But, domestic movies do not face these problems, because they do not deal with the differences but the similarities in the tragedy that happened as a consequence of the war which took place after Yugoslavia fell apart. Even though tragicomic elements are present almost as cinematographic – cultural mark, movies from the region mostly deal with the serious subjects through the classical drama genre or the grotesque dark humor satire drama. So, who are the good and the bad guys in our movies? The majestic film essay of the Vuletić’s Hop, Skip, Jump , as well as the shot sequence of the Imamović’s brilliant Ten Minutes, clearly show that the bad guys behind “that line” kill civilians, women and children, yet, the idea of these movies is not to promote hatred but to illuminate the horrors of the limits of humanity. “Who started the war?” as the famous replica in the Oscar awarded No Man’s Land, is not the question to which the answer is given but with its absurdity the boundary between the good and the evil is blurred placing the conflicts in the grey of the Dante’s Purgatory. The Notre Musique, from 2004 by Godard, points to it and drags the heroes, secularism, religious empathy and the humanity consciousness of the war in Bosnia together into the space of the tragedy referred as the Purgatory. The Perfect Circle  of 1997, being the first Bosnian feature film, is dealing with the human evil in a similar way with the connotation of individual survival but the collective survival too which refuses to surrender itself to the violence.

The characters of different national or ethnic background in the movies of Turneja (The Tour) or Nafaka (The Nafaka-the Arabic word meaning that which is destined to you) clearly show that the other one and the different one are not antagonistic at the same time. The movies such as Djeca (The Children), Ostavljeni (The Abandoned) and Grbavica (The Grbavica), which deal with the postwar subjects and the younger generations on which the war left certain traumas, illustrate the issues of the memories of the victims and the enemies. They openly portray “bad individuals” behind that one over there boundary; still, the entire conflict is perceived as unnecessary and tragic. There is no conflict at all, and the movie plot is placed in the Tito’s time in the B&H movie of Hiljadarka (The Thousand Dinar Bill); the comedy which is reflective of our society in the fight of individuality against conformism. All national (dialectic) differences are there, but there is no trace of nationalism and stereotype. Conflict is not perceived, nor in the interpretation of the past, can its seed be seen.

The absurdity of conflict perhaps is summarized best in the dialogue scene between Stanko and Hamdo  in the movie of Gori vatra (Fuse) from 2003, in which two former neighbors discuss the war defining it as the problem created by those who had come to save “you and me both.” Somebody from the outside is the Evil, while within the conflict there are the bad and the good guys on both sides. Similar ideological approach is seen in the Serbian movie of Parada (The Parade) from 2011 in which ex warriors, e.g. war criminals, from the sides in conflict (Serbia, Croatia, Muslim part of Bosnia & Herzegovina, Albania) insultingly, stereotypically, and grotesquely characterized work together to protect a gay parade in Belgrade from a Neo-Nazi chauvinist gang – the new Evil, the youth. The Evil is identified as unnecessary aggression, not wearing the mask of religion or nationality, but it is blood thirsty itself. This concept of the Evil being outside the good and the bad geopolitical space of ex-Yugoslavia is shown in a snuff film  Srpski film (Serbian movie). If this movie is taken into consideration through its metaphorical subtext, then it is contextually a connotation of puppeteer breakup of Yugoslavia in which the Evil comes from the outside, and not the inside. In that sense, the Srpski film talks about the Evil worse than everything bad done by all sides in the conflict during the war. In the movie of Halimin put (Halima’s path), the Evil also comes from the outside of  anything all the characters are willing to do or anything that guides their motivations heated by national – religious separatism and historically given circumstances of the false coexistence. The International Community is not being accused of it,  as is the case in the movies of Gori vatra and the Srpski film, i.e. the common denominator is not given to it, but Evil is identified as something that cannot be influenced by the good and the bad. The Evil is bigger than that and it represents the destiny itself. In relation to that Evil, the bad from our neighborhood is seen as a tragic guilt or some higher power under the influence from the outside, in an  incapability of control over destiny controlled by the Evil. The tragedy is like that because it is ours and the Evil itself is as it is. Therefore, we do not have war movies showing the fight between the good and the bad. The true denotative propaganda about the bad and the good sides is not given in any of the movies of the region. The good and the bad can reconcile after they identify the Evil.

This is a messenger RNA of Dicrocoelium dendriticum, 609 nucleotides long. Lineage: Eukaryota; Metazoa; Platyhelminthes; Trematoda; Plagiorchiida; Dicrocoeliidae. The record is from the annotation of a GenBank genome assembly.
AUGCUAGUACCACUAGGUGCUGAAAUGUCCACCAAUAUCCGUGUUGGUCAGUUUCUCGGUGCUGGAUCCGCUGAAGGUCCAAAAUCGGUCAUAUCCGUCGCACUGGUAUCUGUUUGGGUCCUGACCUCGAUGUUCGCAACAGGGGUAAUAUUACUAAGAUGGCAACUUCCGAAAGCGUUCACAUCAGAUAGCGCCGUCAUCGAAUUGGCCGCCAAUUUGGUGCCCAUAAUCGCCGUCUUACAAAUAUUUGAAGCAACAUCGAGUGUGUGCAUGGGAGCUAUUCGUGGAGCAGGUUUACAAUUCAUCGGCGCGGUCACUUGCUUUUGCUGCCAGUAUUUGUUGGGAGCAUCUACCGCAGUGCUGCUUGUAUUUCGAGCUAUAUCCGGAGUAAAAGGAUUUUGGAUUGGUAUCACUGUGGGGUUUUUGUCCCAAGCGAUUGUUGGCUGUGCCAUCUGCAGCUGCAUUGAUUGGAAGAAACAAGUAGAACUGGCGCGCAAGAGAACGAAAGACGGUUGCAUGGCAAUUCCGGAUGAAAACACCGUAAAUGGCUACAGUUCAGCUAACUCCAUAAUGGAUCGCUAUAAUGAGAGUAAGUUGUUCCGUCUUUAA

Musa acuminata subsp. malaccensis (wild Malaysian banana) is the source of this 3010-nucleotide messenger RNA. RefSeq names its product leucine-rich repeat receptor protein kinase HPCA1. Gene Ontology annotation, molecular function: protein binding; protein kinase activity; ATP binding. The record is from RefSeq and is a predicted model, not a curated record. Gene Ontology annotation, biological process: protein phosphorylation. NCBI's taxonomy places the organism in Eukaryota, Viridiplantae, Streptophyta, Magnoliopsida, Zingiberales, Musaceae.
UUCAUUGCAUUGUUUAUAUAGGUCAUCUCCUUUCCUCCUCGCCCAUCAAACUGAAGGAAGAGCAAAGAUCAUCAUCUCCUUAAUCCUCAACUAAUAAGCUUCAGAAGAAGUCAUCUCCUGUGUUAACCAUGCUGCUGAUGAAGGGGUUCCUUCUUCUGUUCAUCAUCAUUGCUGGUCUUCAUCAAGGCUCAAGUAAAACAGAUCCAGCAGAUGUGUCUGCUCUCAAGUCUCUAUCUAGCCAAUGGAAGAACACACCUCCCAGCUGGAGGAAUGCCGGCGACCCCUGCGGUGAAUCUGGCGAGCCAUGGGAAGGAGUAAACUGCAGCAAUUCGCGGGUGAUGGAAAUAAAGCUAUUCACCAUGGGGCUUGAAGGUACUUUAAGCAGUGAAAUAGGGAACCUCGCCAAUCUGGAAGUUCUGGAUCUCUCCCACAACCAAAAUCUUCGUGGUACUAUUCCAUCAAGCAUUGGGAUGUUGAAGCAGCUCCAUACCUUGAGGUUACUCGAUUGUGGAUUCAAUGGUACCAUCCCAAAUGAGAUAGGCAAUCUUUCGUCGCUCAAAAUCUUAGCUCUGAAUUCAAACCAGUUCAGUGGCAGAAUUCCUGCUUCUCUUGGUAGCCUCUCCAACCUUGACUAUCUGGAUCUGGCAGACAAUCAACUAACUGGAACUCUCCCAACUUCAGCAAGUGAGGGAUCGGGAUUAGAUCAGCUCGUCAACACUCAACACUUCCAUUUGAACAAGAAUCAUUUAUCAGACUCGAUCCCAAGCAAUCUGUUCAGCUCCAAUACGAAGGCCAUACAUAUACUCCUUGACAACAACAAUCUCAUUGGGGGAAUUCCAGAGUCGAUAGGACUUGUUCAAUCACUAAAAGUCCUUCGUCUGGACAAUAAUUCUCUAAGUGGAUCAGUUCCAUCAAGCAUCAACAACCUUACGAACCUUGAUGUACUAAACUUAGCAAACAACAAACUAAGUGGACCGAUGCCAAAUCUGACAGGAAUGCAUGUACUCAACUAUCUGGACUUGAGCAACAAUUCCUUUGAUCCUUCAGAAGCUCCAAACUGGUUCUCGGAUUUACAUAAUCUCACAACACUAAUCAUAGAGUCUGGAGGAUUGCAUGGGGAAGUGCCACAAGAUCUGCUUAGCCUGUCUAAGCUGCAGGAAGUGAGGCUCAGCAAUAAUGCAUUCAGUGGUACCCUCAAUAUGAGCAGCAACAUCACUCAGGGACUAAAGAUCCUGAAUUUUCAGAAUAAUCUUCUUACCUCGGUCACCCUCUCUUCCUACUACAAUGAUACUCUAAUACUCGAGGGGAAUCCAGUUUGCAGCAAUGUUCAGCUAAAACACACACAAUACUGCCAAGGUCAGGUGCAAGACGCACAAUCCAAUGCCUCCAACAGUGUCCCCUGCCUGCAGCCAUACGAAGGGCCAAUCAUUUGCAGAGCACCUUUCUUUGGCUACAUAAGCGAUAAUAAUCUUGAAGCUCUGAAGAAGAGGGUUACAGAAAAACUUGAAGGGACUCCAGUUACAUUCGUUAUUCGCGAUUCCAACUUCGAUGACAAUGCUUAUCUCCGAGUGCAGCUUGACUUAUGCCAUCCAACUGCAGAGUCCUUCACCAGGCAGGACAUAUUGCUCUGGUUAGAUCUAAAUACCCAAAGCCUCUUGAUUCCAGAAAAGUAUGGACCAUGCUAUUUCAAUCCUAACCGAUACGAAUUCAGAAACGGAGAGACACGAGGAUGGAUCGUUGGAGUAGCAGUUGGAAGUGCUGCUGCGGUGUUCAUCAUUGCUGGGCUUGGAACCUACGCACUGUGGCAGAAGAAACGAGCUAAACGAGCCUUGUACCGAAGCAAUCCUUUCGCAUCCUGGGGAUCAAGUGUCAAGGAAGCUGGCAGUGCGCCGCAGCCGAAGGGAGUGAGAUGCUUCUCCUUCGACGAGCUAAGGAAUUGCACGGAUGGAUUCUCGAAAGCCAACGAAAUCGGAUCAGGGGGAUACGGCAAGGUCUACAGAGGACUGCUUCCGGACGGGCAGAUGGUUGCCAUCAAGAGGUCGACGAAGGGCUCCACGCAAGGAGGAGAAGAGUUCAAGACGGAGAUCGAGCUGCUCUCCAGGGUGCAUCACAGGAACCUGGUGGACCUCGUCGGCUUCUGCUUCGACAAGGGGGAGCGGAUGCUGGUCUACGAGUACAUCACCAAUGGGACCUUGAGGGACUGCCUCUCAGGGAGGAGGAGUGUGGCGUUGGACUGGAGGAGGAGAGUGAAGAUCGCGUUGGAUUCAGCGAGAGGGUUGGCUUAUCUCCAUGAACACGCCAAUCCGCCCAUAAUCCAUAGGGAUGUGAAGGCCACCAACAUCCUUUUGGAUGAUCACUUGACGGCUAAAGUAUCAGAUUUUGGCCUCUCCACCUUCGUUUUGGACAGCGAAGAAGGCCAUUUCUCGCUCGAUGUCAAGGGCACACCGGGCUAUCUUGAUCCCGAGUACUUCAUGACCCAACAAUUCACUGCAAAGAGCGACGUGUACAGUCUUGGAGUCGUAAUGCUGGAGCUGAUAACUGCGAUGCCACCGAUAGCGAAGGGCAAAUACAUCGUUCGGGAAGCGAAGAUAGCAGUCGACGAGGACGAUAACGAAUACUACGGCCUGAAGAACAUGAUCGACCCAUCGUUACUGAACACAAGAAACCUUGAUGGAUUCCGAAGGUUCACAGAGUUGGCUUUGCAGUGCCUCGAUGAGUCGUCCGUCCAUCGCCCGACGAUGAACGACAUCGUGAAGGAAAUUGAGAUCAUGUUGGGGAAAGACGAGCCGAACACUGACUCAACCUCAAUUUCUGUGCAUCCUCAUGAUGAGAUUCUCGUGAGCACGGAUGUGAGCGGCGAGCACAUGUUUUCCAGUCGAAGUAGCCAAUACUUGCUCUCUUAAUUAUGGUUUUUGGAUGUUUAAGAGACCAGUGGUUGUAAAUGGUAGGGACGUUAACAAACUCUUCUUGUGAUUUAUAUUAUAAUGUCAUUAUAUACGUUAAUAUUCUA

Translated by Dženan Borovac